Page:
The above fact reacted in two ways. First, there was a large scale failure of water pumps, air compressors and main fan drive sprockets due to wear or length of service. Secondly, owing to inadequate supply of new parts for the above assemblies, 'cannibalisation' was carried out among parts which although at the time still functioning had already performed as many service hours as the parts they replaced."


A memo from Brigadier Lloyd to the Chief of Staff (CGS) Middle East Forces, Lieutenant-General Arthur Smith, on 15th January 1942 stated that the limits imposed by the A15's overhaul life were realised before the commencement of Operation Crusader, and that an order had been issued to overhaul any machine that had less than 600 miles of operational life remaining. This couldn't be done for all regiments because the RAOC were preoccupied in modifying the axle arms for 22nd Armoured Brigade, but the majority of the Brigade's tanks were in fact within this mileage limit. However, the distance from the railhead at Misheifa, where the Brigade's tanks were unloaded, to Agedabia, which was their destination 200 miles west of Tobruk, was in the region of 400 miles, and this distance was estimated to be nearer to 700 miles after fighting and manoeuvring were taken into account. Therefore the Brigade's Crusaders could easily have exceeded their overhaul lives in this single advance, and it was calculated that 40, or 24%, of them would in fact have done this. Lloyd's memo stated that in fact 41 of 3 CLY's Crusaders had succumbed to mechanical failure, the overwhelming majority of which, being issued after October, would have been new tanks or recently overhauled, inferring that the breakdowns could not be exclusively attributed to excessive mileage. What Brigadier Lloyd didn't mention was that the regiment’s machines also included patched up battle casualties received from the 7th Armoured Division's Advanced Divisional Workshop between the 14th and 17th December, which the 4th County of London Yeomanry, also part of 22nd Armoured Brigade, described as being "in a fairly bad state and ill-equipped" and "semi-serviceable". Whether the 3 CLY's breakdowns were due to excessive mileage or not, it was clear that the Crusader's comparatively limited overhaul life was not conducive to the long approach marches required for operations in the Western Desert, and compared unfavourably to that of the M3 Stuart (3500 miles) and the Valentine (2500 miles). Lloyd estimated that the use of A15's in such circumstances would require a reserve of 100% replacement vehicles instead of the usual 50%, with the corresponding logistical implications.
"The demonstration, as a demonstration, was a failure. The sunshield would not fit the tank. Altogether it was rather typically Middle Easty."
- 7th Armoured Brigade War Diary, 30th August 1941

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Re: The German 50 mm. Tank Gun and the Crusader Problems

Post by MarkN » 23 Apr 2018 21:00

Thanks for posting that Don Juan.

Scott-Cockburn lead his brigade very poorly during Crusader and the indvidual units and sub-units suffered because of it - not to mention the knock-on effect upon other formations and units too. When poor performance (or failure) is evident, other people have to be found to take the blame.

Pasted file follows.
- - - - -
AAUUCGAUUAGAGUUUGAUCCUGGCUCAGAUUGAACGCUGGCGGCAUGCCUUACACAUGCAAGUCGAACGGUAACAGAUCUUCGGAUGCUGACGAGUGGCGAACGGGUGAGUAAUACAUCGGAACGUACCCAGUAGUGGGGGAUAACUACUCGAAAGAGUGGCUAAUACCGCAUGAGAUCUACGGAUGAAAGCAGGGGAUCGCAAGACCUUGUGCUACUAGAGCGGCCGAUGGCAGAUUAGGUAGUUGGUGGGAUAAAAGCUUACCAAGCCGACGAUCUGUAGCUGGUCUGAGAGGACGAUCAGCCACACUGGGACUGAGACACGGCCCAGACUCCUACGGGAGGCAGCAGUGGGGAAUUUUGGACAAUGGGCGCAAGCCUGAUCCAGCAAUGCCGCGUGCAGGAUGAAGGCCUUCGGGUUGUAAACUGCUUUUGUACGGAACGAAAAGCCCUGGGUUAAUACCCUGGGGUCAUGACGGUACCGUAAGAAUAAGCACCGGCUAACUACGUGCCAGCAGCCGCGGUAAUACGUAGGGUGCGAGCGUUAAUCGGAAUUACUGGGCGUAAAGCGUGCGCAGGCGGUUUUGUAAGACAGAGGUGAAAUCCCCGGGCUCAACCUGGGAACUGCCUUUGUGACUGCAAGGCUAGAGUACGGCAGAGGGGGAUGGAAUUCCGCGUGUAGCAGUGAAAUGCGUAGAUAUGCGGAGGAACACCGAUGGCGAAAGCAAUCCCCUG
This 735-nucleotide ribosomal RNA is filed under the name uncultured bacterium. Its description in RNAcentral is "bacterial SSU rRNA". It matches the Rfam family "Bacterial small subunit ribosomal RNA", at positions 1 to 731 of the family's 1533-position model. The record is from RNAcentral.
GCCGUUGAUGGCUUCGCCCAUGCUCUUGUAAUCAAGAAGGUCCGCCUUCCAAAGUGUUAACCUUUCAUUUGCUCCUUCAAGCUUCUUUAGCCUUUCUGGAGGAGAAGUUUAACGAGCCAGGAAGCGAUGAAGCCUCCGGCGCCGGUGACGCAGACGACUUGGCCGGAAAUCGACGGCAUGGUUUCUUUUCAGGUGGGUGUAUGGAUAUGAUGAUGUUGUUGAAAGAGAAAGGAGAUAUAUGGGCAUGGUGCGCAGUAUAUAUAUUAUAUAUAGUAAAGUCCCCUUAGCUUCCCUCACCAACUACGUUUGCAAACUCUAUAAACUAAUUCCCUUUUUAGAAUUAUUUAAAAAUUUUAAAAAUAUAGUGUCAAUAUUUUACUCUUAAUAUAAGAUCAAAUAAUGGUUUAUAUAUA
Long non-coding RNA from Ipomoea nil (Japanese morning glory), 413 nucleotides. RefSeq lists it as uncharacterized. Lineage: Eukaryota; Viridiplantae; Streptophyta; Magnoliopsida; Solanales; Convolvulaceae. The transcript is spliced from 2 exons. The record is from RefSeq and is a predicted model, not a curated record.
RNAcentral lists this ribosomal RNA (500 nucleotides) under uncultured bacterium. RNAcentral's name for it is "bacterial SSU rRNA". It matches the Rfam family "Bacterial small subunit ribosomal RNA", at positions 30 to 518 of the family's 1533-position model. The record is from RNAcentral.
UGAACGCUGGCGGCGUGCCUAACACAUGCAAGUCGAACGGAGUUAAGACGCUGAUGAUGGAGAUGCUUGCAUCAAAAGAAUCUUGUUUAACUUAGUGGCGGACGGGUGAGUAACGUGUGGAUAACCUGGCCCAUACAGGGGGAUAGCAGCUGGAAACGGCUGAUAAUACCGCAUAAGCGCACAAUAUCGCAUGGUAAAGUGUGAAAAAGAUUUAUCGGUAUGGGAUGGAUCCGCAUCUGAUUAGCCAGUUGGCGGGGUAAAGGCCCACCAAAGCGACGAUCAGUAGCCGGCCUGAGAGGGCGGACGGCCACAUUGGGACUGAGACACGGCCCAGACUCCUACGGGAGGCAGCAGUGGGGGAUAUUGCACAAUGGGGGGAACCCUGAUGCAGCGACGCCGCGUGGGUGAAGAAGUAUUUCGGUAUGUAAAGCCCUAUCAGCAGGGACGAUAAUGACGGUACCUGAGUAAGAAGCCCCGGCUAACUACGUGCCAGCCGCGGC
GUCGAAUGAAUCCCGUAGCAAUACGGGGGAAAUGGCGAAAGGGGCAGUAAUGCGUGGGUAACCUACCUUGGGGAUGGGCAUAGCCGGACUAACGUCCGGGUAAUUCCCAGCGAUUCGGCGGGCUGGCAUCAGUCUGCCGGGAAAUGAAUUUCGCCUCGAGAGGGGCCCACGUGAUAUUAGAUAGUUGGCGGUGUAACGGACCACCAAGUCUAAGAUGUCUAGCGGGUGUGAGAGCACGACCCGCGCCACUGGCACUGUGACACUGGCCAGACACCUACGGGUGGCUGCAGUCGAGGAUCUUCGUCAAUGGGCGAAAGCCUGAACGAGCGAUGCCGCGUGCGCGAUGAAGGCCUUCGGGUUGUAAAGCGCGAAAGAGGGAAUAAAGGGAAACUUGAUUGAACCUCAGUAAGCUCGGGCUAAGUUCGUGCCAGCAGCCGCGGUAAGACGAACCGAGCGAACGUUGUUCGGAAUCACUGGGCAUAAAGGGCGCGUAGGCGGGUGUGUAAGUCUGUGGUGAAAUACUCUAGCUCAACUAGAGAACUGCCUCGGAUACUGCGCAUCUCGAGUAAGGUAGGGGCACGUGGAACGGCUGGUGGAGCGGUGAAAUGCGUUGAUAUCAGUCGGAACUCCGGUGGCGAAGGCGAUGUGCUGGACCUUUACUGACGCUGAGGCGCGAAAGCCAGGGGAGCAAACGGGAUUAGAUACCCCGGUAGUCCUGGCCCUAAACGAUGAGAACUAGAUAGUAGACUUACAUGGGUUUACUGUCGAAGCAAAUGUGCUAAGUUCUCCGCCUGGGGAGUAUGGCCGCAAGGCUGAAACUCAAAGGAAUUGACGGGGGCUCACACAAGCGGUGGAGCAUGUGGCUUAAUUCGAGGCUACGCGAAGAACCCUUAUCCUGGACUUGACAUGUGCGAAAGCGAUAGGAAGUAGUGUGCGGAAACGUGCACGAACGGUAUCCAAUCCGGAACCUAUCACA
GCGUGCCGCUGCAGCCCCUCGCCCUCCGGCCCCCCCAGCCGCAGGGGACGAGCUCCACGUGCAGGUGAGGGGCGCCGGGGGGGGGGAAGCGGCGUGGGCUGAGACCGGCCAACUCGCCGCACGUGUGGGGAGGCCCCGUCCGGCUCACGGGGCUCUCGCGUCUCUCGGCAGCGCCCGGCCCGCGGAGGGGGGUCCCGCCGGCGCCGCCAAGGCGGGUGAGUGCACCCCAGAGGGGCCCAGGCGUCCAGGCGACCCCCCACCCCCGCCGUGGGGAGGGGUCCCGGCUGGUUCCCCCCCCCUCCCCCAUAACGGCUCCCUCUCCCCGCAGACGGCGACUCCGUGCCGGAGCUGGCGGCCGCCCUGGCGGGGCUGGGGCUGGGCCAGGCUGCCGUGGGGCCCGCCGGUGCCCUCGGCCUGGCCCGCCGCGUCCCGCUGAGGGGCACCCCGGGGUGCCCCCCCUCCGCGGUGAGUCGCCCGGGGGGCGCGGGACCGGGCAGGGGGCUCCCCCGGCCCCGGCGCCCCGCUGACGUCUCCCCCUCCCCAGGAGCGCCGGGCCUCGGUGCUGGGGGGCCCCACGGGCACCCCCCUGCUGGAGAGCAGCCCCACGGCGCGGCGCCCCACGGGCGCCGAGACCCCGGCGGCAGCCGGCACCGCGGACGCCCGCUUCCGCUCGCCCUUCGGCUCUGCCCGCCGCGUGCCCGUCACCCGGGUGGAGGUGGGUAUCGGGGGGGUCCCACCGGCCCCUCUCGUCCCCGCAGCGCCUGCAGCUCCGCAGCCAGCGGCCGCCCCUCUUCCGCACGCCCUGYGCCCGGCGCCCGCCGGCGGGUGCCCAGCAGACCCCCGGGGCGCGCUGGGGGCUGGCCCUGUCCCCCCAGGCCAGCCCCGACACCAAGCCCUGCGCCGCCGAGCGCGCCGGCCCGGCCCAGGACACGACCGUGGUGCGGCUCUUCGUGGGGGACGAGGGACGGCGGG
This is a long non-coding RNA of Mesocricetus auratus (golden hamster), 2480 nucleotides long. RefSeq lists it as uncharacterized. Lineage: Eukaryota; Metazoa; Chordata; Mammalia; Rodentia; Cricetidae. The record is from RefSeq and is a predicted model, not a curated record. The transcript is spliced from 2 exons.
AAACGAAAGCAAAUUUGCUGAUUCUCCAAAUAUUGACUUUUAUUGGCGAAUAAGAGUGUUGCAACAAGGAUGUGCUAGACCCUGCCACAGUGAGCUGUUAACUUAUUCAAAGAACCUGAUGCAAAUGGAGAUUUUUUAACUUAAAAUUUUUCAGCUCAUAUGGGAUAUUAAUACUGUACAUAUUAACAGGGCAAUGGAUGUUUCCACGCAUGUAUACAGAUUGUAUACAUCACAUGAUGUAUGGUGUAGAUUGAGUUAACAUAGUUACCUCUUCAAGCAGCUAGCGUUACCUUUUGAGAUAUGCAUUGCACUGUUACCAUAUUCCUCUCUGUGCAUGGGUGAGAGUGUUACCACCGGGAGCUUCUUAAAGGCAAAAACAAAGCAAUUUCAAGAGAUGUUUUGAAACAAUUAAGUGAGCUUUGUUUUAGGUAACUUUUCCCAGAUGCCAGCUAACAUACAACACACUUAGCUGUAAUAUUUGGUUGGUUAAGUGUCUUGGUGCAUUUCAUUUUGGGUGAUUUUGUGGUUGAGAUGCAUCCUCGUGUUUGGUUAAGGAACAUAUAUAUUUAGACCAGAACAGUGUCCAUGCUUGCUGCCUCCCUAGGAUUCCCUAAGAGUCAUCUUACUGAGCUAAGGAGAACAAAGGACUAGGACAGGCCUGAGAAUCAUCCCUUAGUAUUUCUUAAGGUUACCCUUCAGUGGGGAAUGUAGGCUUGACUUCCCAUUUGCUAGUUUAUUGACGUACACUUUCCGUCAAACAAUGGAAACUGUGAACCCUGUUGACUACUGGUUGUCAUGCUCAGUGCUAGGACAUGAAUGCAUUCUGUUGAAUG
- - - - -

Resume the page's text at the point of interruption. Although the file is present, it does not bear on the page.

The passage you quote demonstrates the falsehood in blaming the WO, somebody in London, Churchill or whoever for the poor reliability and performance of tanks in Cyrenaica - be they 2nd Armoured Division in April or 22 Armoured Brigade in November-December. The Nuffield Cruiser Tanks were being expected to perform feats for which they were not designed.

The 2nd Armoured Division didn't perform so badly because its Cruisers were in such a poor condition because they were sent out for the UK completely knackered. Its Cruiser Tanks were in such a poor condition because of operational decisions made in the Middle East. The performance of the Division is another subject .... :wink:

The only way the Nuffield Cruiser Tanks were to be of more value over such long distances (until tank transporters were sourced) was to massively upgrade the maintenance capacity with the forward troops rather than having it so far back in the Delta.

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Re: The German 50 mm. Tank Gun and the Crusader Problems

Post by ClintHardware » 23 Apr 2018 22:57

MarkN wrote: Scott-Cockburn lead his brigade very poorly during Crusader and the indvidual units and sub-units suffered because of it - not to mention the knock-on effect upon other formations and units too. When poor performance (or failure) is evident, other people have to be found to take the blame.

The passage you quote demonstrates the falsehood in blaming the WO, somebody in London, Churchill or whoever for the poor reliability and performance of tanks in Cyrenaica - be they 2nd Armoured Division in April or 22 Armoured Brigade in November-December. The Nuffield Cruiser Tanks were being expected to perform feats for which they were not designed.

The 2nd Armoured Division didn't perform so badly because its Cruisers were in such a poor condition because they were sent out for the UK completely knackered. Its Cruiser Tanks were in such a poor condition because of operational decisions made in the Middle East. The performance of the Division is another subject .... :wink:

The only way the Nuffield Cruiser Tanks were to be of more value over such long distances (until tank transporters were sourced) was to massively upgrade the maintenance capacity with the forward troops rather than having it so far back in the Delta.
Sweeping statements of unreliability and doubtful accuracy taken out of context of situations and equipment states. Beyond stating this I am not going to argue with you Mark. :wink:
Imperialism and Re-Armament NOW !

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Re: The German 50 mm. Tank Gun and the Crusader Problems